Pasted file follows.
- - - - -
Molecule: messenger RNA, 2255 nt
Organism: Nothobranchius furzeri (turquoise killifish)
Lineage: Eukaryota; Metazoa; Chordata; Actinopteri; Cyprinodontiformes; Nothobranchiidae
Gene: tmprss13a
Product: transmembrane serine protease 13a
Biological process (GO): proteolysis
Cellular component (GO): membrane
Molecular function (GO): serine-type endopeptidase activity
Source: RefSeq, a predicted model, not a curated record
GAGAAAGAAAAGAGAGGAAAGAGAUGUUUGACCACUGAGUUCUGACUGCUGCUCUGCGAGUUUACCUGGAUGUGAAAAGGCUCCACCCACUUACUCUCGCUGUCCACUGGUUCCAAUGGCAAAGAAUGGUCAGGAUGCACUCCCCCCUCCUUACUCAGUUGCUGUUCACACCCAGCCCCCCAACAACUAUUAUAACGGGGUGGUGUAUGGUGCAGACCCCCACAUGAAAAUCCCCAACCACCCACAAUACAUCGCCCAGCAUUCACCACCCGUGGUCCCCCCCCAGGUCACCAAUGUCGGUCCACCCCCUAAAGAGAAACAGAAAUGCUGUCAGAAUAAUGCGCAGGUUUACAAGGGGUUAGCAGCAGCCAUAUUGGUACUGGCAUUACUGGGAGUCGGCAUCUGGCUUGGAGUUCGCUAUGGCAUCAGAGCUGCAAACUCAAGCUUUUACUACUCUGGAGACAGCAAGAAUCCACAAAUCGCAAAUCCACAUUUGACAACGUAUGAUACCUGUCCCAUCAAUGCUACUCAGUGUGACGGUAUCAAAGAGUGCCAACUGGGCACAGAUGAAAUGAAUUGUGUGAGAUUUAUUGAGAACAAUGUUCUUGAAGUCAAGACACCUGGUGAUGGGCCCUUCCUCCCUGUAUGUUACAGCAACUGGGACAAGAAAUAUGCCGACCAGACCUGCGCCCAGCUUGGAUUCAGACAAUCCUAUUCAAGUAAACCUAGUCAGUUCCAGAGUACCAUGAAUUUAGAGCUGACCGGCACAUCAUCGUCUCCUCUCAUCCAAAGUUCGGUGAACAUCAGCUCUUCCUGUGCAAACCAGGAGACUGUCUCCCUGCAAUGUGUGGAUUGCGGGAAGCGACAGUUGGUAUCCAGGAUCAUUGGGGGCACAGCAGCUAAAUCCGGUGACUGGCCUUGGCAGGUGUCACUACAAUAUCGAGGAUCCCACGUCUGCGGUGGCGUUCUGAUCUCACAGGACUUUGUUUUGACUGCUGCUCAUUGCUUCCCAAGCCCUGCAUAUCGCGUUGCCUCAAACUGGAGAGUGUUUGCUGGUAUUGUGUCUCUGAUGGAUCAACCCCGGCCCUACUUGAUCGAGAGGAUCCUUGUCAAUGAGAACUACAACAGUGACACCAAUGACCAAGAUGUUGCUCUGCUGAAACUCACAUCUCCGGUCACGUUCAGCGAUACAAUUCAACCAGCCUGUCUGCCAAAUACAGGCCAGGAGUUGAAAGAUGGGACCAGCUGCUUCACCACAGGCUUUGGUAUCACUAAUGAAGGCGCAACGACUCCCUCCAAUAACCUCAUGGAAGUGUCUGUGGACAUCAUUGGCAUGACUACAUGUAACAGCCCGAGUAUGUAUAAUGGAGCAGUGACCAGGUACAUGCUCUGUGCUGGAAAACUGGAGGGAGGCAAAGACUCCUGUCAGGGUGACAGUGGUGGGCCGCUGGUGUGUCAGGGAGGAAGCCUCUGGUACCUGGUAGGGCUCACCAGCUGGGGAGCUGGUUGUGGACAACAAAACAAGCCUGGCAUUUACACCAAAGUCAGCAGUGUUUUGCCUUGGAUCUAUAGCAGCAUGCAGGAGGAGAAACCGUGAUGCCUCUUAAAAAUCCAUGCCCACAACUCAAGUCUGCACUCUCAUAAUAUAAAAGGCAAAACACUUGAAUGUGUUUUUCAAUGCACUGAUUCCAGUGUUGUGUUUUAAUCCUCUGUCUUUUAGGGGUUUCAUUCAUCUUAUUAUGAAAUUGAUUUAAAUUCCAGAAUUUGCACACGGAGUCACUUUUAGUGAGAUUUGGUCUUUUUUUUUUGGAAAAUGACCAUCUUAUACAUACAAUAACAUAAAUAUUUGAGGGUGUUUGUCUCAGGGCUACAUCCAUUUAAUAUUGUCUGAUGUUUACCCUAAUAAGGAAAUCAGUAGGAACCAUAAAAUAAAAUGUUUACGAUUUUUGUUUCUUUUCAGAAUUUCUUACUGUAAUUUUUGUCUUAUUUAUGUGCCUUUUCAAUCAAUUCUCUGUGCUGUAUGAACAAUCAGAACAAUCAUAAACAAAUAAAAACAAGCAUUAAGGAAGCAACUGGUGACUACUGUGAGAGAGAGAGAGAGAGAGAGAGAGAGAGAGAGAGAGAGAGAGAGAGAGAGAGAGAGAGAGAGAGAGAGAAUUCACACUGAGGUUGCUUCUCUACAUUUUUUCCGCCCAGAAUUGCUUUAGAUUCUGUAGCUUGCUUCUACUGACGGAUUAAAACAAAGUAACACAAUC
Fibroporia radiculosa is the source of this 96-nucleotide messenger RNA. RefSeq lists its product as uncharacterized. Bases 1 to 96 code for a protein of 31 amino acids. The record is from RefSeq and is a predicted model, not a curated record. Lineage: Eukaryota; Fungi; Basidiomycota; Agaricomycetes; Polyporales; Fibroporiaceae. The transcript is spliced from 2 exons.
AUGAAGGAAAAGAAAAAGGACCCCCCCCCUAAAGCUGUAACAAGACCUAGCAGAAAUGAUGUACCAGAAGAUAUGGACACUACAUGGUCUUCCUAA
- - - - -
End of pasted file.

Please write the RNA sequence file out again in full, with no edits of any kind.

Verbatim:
Molecule: messenger RNA, 2255 nt
Organism: Nothobranchius furzeri (turquoise killifish)
Lineage: Eukaryota; Metazoa; Chordata; Actinopteri; Cyprinodontiformes; Nothobranchiidae
Gene: tmprss13a
Product: transmembrane serine protease 13a
Biological process (GO): proteolysis
Cellular component (GO): membrane
Molecular function (GO): serine-type endopeptidase activity
Source: RefSeq, a predicted model, not a curated record
GAGAAAGAAAAGAGAGGAAAGAGAUGUUUGACCACUGAGUUCUGACUGCUGCUCUGCGAGUUUACCUGGAUGUGAAAAGGCUCCACCCACUUACUCUCGCUGUCCACUGGUUCCAAUGGCAAAGAAUGGUCAGGAUGCACUCCCCCCUCCUUACUCAGUUGCUGUUCACACCCAGCCCCCCAACAACUAUUAUAACGGGGUGGUGUAUGGUGCAGACCCCCACAUGAAAAUCCCCAACCACCCACAAUACAUCGCCCAGCAUUCACCACCCGUGGUCCCCCCCCAGGUCACCAAUGUCGGUCCACCCCCUAAAGAGAAACAGAAAUGCUGUCAGAAUAAUGCGCAGGUUUACAAGGGGUUAGCAGCAGCCAUAUUGGUACUGGCAUUACUGGGAGUCGGCAUCUGGCUUGGAGUUCGCUAUGGCAUCAGAGCUGCAAACUCAAGCUUUUACUACUCUGGAGACAGCAAGAAUCCACAAAUCGCAAAUCCACAUUUGACAACGUAUGAUACCUGUCCCAUCAAUGCUACUCAGUGUGACGGUAUCAAAGAGUGCCAACUGGGCACAGAUGAAAUGAAUUGUGUGAGAUUUAUUGAGAACAAUGUUCUUGAAGUCAAGACACCUGGUGAUGGGCCCUUCCUCCCUGUAUGUUACAGCAACUGGGACAAGAAAUAUGCCGACCAGACCUGCGCCCAGCUUGGAUUCAGACAAUCCUAUUCAAGUAAACCUAGUCAGUUCCAGAGUACCAUGAAUUUAGAGCUGACCGGCACAUCAUCGUCUCCUCUCAUCCAAAGUUCGGUGAACAUCAGCUCUUCCUGUGCAAACCAGGAGACUGUCUCCCUGCAAUGUGUGGAUUGCGGGAAGCGACAGUUGGUAUCCAGGAUCAUUGGGGGCACAGCAGCUAAAUCCGGUGACUGGCCUUGGCAGGUGUCACUACAAUAUCGAGGAUCCCACGUCUGCGGUGGCGUUCUGAUCUCACAGGACUUUGUUUUGACUGCUGCUCAUUGCUUCCCAAGCCCUGCAUAUCGCGUUGCCUCAAACUGGAGAGUGUUUGCUGGUAUUGUGUCUCUGAUGGAUCAACCCCGGCCCUACUUGAUCGAGAGGAUCCUUGUCAAUGAGAACUACAACAGUGACACCAAUGACCAAGAUGUUGCUCUGCUGAAACUCACAUCUCCGGUCACGUUCAGCGAUACAAUUCAACCAGCCUGUCUGCCAAAUACAGGCCAGGAGUUGAAAGAUGGGACCAGCUGCUUCACCACAGGCUUUGGUAUCACUAAUGAAGGCGCAACGACUCCCUCCAAUAACCUCAUGGAAGUGUCUGUGGACAUCAUUGGCAUGACUACAUGUAACAGCCCGAGUAUGUAUAAUGGAGCAGUGACCAGGUACAUGCUCUGUGCUGGAAAACUGGAGGGAGGCAAAGACUCCUGUCAGGGUGACAGUGGUGGGCCGCUGGUGUGUCAGGGAGGAAGCCUCUGGUACCUGGUAGGGCUCACCAGCUGGGGAGCUGGUUGUGGACAACAAAACAAGCCUGGCAUUUACACCAAAGUCAGCAGUGUUUUGCCUUGGAUCUAUAGCAGCAUGCAGGAGGAGAAACCGUGAUGCCUCUUAAAAAUCCAUGCCCACAACUCAAGUCUGCACUCUCAUAAUAUAAAAGGCAAAACACUUGAAUGUGUUUUUCAAUGCACUGAUUCCAGUGUUGUGUUUUAAUCCUCUGUCUUUUAGGGGUUUCAUUCAUCUUAUUAUGAAAUUGAUUUAAAUUCCAGAAUUUGCACACGGAGUCACUUUUAGUGAGAUUUGGUCUUUUUUUUUUGGAAAAUGACCAUCUUAUACAUACAAUAACAUAAAUAUUUGAGGGUGUUUGUCUCAGGGCUACAUCCAUUUAAUAUUGUCUGAUGUUUACCCUAAUAAGGAAAUCAGUAGGAACCAUAAAAUAAAAUGUUUACGAUUUUUGUUUCUUUUCAGAAUUUCUUACUGUAAUUUUUGUCUUAUUUAUGUGCCUUUUCAAUCAAUUCUCUGUGCUGUAUGAACAAUCAGAACAAUCAUAAACAAAUAAAAACAAGCAUUAAGGAAGCAACUGGUGACUACUGUGAGAGAGAGAGAGAGAGAGAGAGAGAGAGAGAGAGAGAGAGAGAGAGAGAGAGAGAGAGAGAGAGAGAGAAUUCACACUGAGGUUGCUUCUCUACAUUUUUUCCGCCCAGAAUUGCUUUAGAUUCUGUAGCUUGCUUCUACUGACGGAUUAAAACAAAGUAACACAAUC
Fibroporia radiculosa is the source of this 96-nucleotide messenger RNA. RefSeq lists its product as uncharacterized. Bases 1 to 96 code for a protein of 31 amino acids. The record is from RefSeq and is a predicted model, not a curated record. Lineage: Eukaryota; Fungi; Basidiomycota; Agaricomycetes; Polyporales; Fibroporiaceae. The transcript is spliced from 2 exons.
AUGAAGGAAAAGAAAAAGGACCCCCCCCCUAAAGCUGUAACAAGACCUAGCAGAAAUGAUGUACCAGAAGAUAUGGACACUACAUGGUCUUCCUAA